The Climate Action Coalition initates and engages in all NW efforts to stop fossil fuels from devastating our planet. This page chronicles some CAC sponsored and endorsed actions, activities, and projects
Spearheaded opposition to proposed Pembina Propane Facility (project terminated!)
Organized St. John's Bridge Blockade kayaktivists, delaying Shell Arctic Drilling
Collaborated with Portland City Council on policy, resulting in first-in-country ban of new bulk fossil fuel storage facilities
BUNK BUSES for STANDING ROCK
Two old school buses that CAC volunteers spent hundreds of hours converting into mobile medical bunk houses were delivered to protestors at the Dakota Acess Pipeline site near the Standing Rock Sioux Indian Reservation in North Dakota.
The medical buses have a total 20 bunk beds and are being used by people who are injured, sick or suffering from hypothermia, and who need to rest as they recover. Climate Action Coalition members raised money and donated time to the project. READ Stephen Quirk's article about the buses and Standing Rock http://news.streetroots.org/2017/01/12/portlands-2nd-bunk-bus-heads-standing-rock
STAND TOGETHER- A Day of Action Workshops
CAC sponsored a day of workshops for people new to social and political action and for those upgrading their skills. The full day of sessions included strategic action planning, media, community outreach, messaging, peace-keeping, tactical design, legal observing, Know Your Rights, non-violent direct action, and more.
The day focused on practical ideas for effective dissent and target messaging within a non-violent framework. Support and implementation of the workshops came from a variety of Portland-area communities and issue advocacy groups promoting Immigrant and racial justice, gender rights, fair housing, healthcare-for-all, and climate action. More of these workshops are planned for the near future...filling a real need in these tumultuous times.
AN EVENING WITH THE TAR SANDS VALVE TURNERS
"Stepping Outside Polite Conversation"
On October 11th, at five Tar Sands oil entry sites, Emily, Michael, Annette, Leonard, and Ken took extraordinary climate action; they stopped the flow of fossil fuel. Sadly, it is illegal to attempt to rescue our special planet. The Tar Sands Valve-Turners shared stories of their non-violent direct actions and why their climate activism escalated to this shut-down as they launch their pre-trial journey. CAC donated the proceeds of this event to the Valve-Turners' legal defense.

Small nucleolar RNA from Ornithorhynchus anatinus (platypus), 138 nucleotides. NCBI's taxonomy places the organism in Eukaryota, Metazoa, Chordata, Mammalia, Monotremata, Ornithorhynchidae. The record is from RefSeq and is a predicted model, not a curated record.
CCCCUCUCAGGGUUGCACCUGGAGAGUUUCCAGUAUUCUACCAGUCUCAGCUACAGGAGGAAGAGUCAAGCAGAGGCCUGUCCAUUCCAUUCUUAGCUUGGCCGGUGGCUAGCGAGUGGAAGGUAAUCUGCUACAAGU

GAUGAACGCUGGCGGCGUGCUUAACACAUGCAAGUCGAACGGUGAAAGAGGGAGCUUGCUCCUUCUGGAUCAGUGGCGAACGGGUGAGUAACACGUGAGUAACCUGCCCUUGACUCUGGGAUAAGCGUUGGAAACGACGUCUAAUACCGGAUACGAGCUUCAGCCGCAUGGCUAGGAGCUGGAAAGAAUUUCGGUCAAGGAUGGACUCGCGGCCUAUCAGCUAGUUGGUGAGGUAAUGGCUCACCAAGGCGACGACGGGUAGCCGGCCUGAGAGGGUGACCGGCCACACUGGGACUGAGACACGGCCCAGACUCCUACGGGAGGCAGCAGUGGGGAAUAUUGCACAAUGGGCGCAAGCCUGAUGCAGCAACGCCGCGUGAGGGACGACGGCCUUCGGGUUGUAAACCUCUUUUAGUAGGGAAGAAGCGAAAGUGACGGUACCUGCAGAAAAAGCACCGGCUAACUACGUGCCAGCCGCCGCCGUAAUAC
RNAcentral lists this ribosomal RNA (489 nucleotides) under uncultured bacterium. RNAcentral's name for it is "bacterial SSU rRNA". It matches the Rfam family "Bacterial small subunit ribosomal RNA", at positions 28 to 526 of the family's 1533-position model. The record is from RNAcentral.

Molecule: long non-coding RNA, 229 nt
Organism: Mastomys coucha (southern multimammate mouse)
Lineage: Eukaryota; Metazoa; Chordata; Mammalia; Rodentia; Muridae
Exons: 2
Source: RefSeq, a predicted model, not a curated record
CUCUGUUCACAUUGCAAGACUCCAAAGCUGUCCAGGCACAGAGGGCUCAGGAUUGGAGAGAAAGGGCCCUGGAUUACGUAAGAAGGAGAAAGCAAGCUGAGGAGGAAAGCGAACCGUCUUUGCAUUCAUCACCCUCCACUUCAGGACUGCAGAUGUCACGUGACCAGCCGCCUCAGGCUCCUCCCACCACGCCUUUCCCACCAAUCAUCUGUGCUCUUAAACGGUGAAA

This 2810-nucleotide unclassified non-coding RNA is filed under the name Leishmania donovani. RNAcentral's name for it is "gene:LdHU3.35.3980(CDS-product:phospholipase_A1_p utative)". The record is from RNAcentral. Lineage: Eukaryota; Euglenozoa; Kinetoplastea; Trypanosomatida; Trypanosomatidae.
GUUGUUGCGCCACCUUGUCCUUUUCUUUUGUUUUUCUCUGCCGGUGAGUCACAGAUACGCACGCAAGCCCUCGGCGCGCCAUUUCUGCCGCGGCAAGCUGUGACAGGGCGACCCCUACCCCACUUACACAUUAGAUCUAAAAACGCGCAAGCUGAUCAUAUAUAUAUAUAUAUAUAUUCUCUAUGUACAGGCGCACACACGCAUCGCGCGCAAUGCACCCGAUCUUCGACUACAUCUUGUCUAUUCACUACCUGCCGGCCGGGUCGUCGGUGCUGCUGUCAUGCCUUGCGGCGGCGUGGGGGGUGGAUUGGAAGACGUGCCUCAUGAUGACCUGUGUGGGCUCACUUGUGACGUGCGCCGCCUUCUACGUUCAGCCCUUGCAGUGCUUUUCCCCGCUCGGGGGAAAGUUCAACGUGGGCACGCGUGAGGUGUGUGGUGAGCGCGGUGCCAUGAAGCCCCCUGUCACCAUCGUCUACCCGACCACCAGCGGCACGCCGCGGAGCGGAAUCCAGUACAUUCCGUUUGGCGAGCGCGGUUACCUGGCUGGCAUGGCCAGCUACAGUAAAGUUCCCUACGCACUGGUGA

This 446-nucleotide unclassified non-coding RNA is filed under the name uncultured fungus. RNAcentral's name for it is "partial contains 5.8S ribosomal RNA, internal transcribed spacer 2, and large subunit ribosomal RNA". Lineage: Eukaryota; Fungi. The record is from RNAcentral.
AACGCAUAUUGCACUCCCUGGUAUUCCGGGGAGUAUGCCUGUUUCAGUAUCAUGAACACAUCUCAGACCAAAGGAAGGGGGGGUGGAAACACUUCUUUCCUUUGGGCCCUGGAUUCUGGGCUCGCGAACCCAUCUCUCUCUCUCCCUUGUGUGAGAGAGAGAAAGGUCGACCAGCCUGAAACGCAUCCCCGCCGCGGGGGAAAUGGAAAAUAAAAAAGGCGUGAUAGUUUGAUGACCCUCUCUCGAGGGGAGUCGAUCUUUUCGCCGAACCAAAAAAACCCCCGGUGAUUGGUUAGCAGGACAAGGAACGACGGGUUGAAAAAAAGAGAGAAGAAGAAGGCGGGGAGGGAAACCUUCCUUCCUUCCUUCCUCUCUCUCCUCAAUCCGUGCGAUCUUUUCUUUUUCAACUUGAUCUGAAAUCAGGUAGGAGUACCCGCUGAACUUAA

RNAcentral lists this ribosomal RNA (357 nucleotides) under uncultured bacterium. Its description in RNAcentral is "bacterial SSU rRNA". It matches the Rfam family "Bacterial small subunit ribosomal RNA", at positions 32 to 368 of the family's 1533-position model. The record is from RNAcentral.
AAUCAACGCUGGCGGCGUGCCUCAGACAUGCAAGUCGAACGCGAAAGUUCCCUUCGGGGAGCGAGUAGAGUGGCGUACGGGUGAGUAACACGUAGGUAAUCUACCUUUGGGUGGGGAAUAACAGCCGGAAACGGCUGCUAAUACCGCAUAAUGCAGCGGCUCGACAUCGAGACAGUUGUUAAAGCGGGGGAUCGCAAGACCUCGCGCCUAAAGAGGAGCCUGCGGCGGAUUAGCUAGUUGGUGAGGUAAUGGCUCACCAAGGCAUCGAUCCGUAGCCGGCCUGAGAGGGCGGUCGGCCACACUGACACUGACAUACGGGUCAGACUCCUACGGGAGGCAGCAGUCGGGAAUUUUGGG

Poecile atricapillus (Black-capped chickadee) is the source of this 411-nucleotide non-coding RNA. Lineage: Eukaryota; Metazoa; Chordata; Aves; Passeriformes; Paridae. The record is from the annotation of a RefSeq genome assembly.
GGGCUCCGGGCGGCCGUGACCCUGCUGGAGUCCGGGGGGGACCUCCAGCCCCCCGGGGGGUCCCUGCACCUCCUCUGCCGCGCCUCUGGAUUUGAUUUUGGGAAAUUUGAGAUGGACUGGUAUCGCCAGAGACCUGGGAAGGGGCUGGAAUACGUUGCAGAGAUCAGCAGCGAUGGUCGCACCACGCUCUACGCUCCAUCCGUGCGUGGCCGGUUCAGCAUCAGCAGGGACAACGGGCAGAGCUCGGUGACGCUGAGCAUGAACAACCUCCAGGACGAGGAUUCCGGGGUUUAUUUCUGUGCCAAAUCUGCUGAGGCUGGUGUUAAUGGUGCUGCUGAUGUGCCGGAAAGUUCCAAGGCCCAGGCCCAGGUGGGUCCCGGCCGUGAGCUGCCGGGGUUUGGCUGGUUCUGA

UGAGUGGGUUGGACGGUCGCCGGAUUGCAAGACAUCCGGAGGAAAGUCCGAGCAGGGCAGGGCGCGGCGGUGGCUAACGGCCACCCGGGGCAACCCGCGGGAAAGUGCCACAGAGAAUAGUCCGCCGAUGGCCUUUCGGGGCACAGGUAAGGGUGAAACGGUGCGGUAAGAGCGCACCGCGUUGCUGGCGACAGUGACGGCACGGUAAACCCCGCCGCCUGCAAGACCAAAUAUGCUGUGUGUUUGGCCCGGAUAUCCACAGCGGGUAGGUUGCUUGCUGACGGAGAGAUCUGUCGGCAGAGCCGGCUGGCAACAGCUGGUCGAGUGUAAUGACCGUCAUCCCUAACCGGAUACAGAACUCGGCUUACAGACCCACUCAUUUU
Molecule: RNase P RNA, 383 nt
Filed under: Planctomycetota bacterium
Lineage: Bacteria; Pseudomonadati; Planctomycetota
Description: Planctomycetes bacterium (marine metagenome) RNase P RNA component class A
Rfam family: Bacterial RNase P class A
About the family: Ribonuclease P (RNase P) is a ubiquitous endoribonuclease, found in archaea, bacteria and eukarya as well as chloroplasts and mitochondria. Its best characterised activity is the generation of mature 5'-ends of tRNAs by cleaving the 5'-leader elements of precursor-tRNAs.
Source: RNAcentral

PORTLAND BANS NEW FOSSIL FUEL INFRASTRUCTURE
CAC worked together with Portland's city government for months, helping to draft new zoning code banning the construction of new major fossil fuel terminals, and the expansion of any existing ones. Portland city council approved the new rules 5-0.
The ban includes construction of new large terminals for transporting and storing coal, methanol and various natural gas and oil, and forbids expansion of Portland's 11 existing facilities. Portland sends a powerful message to other cities across the nation and the world that the grassroots movement will not let national politics deter cities from taking the lead on climate action.
CAC KAYACTIVISTS HELP GREENPEACE BRIDGE DANGLERS BLOCK SHELL SHIP BOUND FOR ARCTIC DRILLING
From the moment the Shell Oil ship Fennica entered the Willamette River on its way to drydock for repairs, the goal of climate activists was to cause a delay long enough to push back the difficult work of drilling for oil in the Arctic so that Shell would lose a year of work. Between Greenpeace climbers dangling from the St. Johns Bridge and the CAC-organized kayaktivists swarming on the river, activists managed to hold the ship up for 2 days in spite of record heat. Although the Fennica ultimately reached the Arctic in time to drill, Shell soon ceased its Arctic offshore oil exploration program in the Chukchi Sea, and drilling was then prohibited by the Obama administration.
PORTLAND REJECTS PROPANE TERMINAL
CAC helped lead a long battle that resulted in the city's rejection of plans to construct a propane export facility at the Port of Portland’s Terminal 6 on the Columbia River. The largest pipeline company in the Alberta tar sands mining industry, Pembina, sought to export propane to Asian markets. Pembina’s proposal would have created more profits for fracking and tar sands companies; more mile-long unit trains of explosive propane cutting through our communities; dangerous, pressurized propane storage tanks endangering workers and neighborhoods; and propane supertankers on the Columbia River restricting other ships and recreational boats. Rejection of the terminal helped reinforce Portland's leadership role in climate policies and sustainability.